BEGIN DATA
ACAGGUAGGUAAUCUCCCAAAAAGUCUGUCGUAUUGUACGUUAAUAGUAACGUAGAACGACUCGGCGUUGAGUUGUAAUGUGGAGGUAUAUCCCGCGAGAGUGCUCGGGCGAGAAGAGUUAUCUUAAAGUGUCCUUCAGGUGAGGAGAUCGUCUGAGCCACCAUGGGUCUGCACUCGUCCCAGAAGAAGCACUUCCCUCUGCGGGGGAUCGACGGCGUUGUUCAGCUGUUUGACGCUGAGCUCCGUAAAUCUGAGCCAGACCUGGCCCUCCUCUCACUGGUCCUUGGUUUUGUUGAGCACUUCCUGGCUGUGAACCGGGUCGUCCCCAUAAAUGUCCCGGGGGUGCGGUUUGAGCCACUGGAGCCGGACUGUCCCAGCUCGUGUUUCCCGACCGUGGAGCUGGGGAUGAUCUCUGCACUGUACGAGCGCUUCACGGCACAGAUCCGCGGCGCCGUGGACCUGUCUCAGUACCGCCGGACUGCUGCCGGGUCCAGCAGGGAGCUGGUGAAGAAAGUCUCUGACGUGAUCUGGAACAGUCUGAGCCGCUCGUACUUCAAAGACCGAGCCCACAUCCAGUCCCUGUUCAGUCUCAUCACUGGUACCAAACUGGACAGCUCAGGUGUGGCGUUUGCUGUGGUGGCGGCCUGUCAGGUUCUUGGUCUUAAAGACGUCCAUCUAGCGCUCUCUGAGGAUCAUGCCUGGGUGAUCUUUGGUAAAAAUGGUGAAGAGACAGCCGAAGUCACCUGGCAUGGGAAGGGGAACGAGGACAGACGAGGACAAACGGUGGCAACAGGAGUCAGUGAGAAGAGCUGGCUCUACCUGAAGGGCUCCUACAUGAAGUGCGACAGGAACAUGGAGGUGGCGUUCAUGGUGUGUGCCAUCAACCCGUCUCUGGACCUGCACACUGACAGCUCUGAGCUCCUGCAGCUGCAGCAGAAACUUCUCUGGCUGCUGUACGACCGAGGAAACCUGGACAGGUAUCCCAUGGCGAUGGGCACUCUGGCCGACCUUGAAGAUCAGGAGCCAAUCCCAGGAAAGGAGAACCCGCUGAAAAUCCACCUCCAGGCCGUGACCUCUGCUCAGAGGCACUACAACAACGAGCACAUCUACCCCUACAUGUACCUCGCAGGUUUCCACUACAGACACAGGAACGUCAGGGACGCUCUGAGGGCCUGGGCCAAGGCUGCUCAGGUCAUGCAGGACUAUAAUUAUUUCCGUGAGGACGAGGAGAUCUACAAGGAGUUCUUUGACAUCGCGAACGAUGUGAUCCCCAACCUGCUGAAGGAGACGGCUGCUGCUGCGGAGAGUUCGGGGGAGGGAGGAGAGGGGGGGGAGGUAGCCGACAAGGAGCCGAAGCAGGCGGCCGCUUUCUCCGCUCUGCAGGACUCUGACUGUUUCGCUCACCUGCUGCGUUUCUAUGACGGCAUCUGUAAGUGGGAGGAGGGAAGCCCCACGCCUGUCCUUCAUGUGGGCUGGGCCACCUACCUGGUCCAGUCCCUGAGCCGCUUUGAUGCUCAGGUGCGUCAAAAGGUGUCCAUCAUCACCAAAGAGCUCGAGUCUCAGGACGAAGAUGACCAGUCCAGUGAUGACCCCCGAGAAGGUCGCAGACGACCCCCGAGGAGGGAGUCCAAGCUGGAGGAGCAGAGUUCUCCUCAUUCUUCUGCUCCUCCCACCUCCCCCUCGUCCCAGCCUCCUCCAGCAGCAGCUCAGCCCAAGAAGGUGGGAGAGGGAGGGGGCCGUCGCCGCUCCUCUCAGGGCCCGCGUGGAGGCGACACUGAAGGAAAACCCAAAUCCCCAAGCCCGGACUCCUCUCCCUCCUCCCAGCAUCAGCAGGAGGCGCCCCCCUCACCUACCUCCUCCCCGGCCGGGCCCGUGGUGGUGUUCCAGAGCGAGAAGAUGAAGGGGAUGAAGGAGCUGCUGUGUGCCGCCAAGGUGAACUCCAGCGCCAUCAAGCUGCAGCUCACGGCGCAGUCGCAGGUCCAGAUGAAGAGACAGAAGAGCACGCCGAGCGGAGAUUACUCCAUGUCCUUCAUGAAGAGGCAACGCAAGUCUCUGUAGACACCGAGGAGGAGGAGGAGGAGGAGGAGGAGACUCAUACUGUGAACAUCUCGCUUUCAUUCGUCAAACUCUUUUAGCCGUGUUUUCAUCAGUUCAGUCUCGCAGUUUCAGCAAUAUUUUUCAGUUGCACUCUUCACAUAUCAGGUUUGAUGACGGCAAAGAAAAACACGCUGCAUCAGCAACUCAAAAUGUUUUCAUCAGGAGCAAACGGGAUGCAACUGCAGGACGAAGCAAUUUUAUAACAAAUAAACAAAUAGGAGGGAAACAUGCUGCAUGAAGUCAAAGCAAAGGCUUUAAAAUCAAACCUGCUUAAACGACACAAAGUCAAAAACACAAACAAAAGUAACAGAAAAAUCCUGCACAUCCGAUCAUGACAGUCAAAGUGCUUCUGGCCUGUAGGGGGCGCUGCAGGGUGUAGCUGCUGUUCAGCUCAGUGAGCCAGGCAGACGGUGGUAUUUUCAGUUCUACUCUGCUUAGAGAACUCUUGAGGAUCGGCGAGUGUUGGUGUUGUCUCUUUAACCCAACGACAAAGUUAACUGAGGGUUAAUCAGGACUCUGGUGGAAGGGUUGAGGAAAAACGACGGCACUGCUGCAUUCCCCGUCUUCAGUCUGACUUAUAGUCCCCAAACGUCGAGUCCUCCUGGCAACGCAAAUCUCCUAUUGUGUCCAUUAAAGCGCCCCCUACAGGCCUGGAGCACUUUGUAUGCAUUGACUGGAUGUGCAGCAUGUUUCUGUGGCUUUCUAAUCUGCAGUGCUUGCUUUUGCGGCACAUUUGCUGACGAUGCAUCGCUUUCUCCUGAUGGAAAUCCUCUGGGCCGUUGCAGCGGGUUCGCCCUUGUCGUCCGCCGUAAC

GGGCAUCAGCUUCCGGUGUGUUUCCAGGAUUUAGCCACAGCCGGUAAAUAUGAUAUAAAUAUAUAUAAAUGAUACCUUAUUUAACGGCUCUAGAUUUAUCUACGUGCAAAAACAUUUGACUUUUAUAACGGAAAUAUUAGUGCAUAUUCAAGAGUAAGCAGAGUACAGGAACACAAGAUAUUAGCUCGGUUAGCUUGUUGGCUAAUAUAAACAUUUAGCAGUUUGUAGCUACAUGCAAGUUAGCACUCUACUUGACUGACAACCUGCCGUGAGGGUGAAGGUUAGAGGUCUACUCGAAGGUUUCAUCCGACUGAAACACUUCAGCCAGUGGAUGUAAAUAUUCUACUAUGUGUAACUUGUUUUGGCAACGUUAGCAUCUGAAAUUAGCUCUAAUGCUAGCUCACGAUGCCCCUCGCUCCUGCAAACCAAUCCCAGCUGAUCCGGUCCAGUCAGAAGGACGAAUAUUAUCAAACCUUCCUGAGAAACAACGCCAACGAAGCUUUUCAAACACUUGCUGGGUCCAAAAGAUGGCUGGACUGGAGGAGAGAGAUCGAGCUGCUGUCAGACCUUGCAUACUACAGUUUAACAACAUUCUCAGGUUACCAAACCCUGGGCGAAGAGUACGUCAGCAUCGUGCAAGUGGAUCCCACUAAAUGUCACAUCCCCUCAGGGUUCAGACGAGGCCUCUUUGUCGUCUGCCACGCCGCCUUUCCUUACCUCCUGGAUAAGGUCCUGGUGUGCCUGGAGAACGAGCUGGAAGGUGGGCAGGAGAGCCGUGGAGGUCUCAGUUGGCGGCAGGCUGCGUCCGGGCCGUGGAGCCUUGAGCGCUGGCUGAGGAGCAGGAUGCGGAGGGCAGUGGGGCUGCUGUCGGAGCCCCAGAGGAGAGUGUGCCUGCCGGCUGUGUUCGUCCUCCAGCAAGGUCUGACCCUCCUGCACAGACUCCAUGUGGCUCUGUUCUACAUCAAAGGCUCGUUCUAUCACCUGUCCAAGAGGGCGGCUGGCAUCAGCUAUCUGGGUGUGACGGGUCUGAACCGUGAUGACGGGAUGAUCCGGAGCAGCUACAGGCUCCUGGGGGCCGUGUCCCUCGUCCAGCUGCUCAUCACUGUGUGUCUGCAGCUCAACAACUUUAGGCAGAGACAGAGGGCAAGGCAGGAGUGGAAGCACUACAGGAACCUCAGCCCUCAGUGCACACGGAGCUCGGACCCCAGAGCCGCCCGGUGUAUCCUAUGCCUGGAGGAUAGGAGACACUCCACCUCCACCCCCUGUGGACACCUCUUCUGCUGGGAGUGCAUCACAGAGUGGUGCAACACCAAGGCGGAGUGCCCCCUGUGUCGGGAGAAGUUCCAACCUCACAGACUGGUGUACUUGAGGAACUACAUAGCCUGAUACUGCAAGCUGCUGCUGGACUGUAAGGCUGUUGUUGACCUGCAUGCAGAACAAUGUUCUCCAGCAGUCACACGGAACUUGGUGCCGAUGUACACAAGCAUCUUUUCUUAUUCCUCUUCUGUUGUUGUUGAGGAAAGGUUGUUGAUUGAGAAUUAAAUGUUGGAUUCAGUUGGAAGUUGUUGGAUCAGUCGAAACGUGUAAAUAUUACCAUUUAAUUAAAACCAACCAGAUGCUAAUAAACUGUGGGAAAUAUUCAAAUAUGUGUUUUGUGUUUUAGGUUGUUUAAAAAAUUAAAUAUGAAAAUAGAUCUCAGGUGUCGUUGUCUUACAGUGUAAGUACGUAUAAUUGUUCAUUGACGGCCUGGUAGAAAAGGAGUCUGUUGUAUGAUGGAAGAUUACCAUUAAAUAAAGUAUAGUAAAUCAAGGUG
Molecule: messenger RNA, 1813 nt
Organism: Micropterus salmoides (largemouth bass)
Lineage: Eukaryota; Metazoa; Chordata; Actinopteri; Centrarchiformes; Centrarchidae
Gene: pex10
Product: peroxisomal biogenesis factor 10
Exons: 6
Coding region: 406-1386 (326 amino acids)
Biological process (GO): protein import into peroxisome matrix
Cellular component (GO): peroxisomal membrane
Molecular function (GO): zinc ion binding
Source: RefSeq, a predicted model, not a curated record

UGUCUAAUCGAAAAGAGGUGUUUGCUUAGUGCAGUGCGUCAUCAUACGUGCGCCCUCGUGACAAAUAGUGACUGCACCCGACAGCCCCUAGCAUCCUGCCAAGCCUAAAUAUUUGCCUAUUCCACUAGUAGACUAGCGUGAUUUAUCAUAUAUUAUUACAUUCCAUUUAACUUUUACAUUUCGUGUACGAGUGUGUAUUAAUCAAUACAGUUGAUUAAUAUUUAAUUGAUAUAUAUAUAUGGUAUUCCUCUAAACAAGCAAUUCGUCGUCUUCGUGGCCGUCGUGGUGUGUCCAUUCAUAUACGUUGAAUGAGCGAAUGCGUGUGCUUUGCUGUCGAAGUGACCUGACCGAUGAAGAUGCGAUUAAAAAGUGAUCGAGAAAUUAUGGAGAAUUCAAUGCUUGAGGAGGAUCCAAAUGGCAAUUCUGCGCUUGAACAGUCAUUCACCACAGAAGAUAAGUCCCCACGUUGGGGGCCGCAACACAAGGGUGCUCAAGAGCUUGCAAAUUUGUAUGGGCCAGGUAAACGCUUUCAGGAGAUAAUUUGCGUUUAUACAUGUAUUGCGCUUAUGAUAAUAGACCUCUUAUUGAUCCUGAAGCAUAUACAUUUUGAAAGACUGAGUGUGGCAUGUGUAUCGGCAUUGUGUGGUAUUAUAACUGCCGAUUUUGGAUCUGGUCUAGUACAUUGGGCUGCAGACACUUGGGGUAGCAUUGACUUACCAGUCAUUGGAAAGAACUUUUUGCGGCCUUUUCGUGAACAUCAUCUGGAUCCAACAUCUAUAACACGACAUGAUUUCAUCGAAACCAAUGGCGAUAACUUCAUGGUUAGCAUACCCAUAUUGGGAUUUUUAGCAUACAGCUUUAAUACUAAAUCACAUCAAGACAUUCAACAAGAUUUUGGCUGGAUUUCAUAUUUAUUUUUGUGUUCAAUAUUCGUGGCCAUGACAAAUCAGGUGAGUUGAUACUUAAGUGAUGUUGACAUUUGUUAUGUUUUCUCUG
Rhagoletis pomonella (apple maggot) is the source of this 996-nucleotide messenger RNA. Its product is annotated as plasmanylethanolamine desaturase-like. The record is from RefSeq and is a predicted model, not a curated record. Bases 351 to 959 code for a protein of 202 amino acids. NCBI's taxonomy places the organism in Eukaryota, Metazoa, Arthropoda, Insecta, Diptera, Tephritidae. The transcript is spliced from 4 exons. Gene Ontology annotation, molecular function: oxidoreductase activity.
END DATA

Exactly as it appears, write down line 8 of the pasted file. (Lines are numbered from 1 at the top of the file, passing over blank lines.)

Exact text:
Exons: 6